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Hi everyone, Kate here for the final round in the Secondhand Sprucing series. Today we’re looking at some inspiring home office makeover ideas from creative DIYers. Setting up a small home office in your home requires two essentials — a desk and chair. Beyond that a lamp and a storage solution for files are an added bonus.

Desks are easy to come by if you keep your eyes open. Just look what can happen when you dedicate a few hours to revamping a discarded secondhand desk.

Desk(Repainted curbside desk find by Sunset; White Craigslist desk makeover by How Does She; Mint painted desk by Bridgey Widgey; Striped desk makeover by Because I Like to Decorate)

Desk chairs are often the ubiquitous and mass produced swivel varieties. If you’re going to spend hours of your time working in one place, introduce a dash of panache to your office space with a reupholstered or repainted desk chair.

Chair(Office chair makeover via Apartment Therapy; Office chair makeover from Design*Sponge; Spray painted office chair by Young House Love; Office chair makeover by Sincerely Co.)

Finding a great desk or chair can happen if you head out early to garage sales or get lucky when stopping by your favorite thrift store. With Craigslist, it’s just a matter of finding what you need in your area when you happen to be online. Craigeasy is a helpful tool for narrowing down what you’re looking for with an image search. Thrifting is always a treasure hunt, and you never know what you’re going to find. Here are a few of my best tips for shopping thrift stores for great secondhand furniture finds.

Know the Sales Days. Find out when your local store has sales and show up early. It’s typically set on their calendar or after a big donation weekend. I’m in the habit of stopping in every Monday or Tuesday to see what’s new after locals declutter or purge their home with a weekend drop off.

Seek the Diamond in the Rough. Shopping a thrift store can be hit and miss, and you never know what you’ll find inside. It just depends on what is in stock on a given day. Typically, the good stuff is buried under the bad. Don’t be afraid to get your hands dirty and shuffle things around to find something worth buying.

Time is Money. Always consider the time and cost of refurbishing a piece. If it is one that will need to be completely restored, stained or painted, factor in that time and energy into the purchase price.

Full Inspection. Give anything you contemplate bringing home a full inspection. Often, the staff will have already weeded through unusable items; nevertheless, take the time to thoroughly inspect the item. With furniture, pull every drawer and open every door. Look for signs of quality construction, like solid wood drawers and dovetail joints.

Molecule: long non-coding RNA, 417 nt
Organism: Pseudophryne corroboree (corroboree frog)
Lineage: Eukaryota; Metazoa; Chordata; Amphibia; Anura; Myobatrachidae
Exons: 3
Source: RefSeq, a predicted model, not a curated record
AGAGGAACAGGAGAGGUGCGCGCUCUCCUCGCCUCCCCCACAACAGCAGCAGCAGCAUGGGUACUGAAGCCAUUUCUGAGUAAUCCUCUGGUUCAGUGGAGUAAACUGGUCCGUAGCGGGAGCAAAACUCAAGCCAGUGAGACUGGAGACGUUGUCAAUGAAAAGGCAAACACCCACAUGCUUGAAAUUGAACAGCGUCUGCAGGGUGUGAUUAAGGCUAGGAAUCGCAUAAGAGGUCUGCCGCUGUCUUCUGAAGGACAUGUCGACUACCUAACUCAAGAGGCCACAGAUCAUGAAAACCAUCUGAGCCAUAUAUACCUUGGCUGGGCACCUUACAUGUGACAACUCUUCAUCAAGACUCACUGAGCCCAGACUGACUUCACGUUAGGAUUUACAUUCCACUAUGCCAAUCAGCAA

Be Willing to Walk Away. Half the time I enter a thrift store I see absolutely nothing I could use. I see pieces I could refurbish, but I resist the urge to bring them home if they serve no purpose. After a quick look, if you don’t see anything that will work for you, come back to shop another day.

Beware the Cooties. So many people freak out at the thought of bedbugs, mites, or strange odors. This concern is legitimate, as there have been outbreaks of bedbugs in many urban areas, so always take precautions. If you bring home fabric, be sure to wash it in hot water to kill any germs. Resist the urge to buy anything upholstered that you’ll sleep or sit on unless you plan to have it professionally cleaned or reupholstered before you bring it into your home. Examine every piece of furniture for any signs of infestation or decay.

Odor Elimination. If your furniture find has a mild odor, perhaps due to a previous life in a smoker’s residence, there are several remedies. Baking soda, white vinegar, witch hazel, Borax, and Murphy’s Oil Soap all help neutralize odors in secondhand furniture.

Ask For a Lower Price. I am never afraid to ask for a discount on furniture beyond the listed price. The key is to talk to the manager on site, not just a clerk or volunteer working in the store. If they decline, the good news is your money is going to a worthy cause but it never hurts to ask.

Shop Without Kids. Just like any treasure hunt at a flea market or clearance sale, young children have little patience. If you intend to hit a few stores, leave those little ones at home with your mate or a sitter. That said, I think it does set a good example to take kids to thrift stores now and then so they learn the benefits of secondhand shopping; not everything in life needs to be brand new, and there is value to restoration and repurposing found objects.

Purge Often. You know how it is — both retail and secondhand purchases can quickly clutter your home; so get in the habit of purging your home of the things you don’t use or need and donate them to your favorite thrift store. Drop off your donation at the back door before you enter the front.

This concludes our five part series on Secondhand Sprucing. I hope you’ve enjoyed all the inspiration included in these previous four Secondhand Sprucing articles:

Dining Rooms
Living and Family Rooms

Thank you HGTV for having me as a guest here. I’m always a huge fan of what’s happening on the pages of Design Happens. You can catch up with me any time at my personal blog Centsational Girl.



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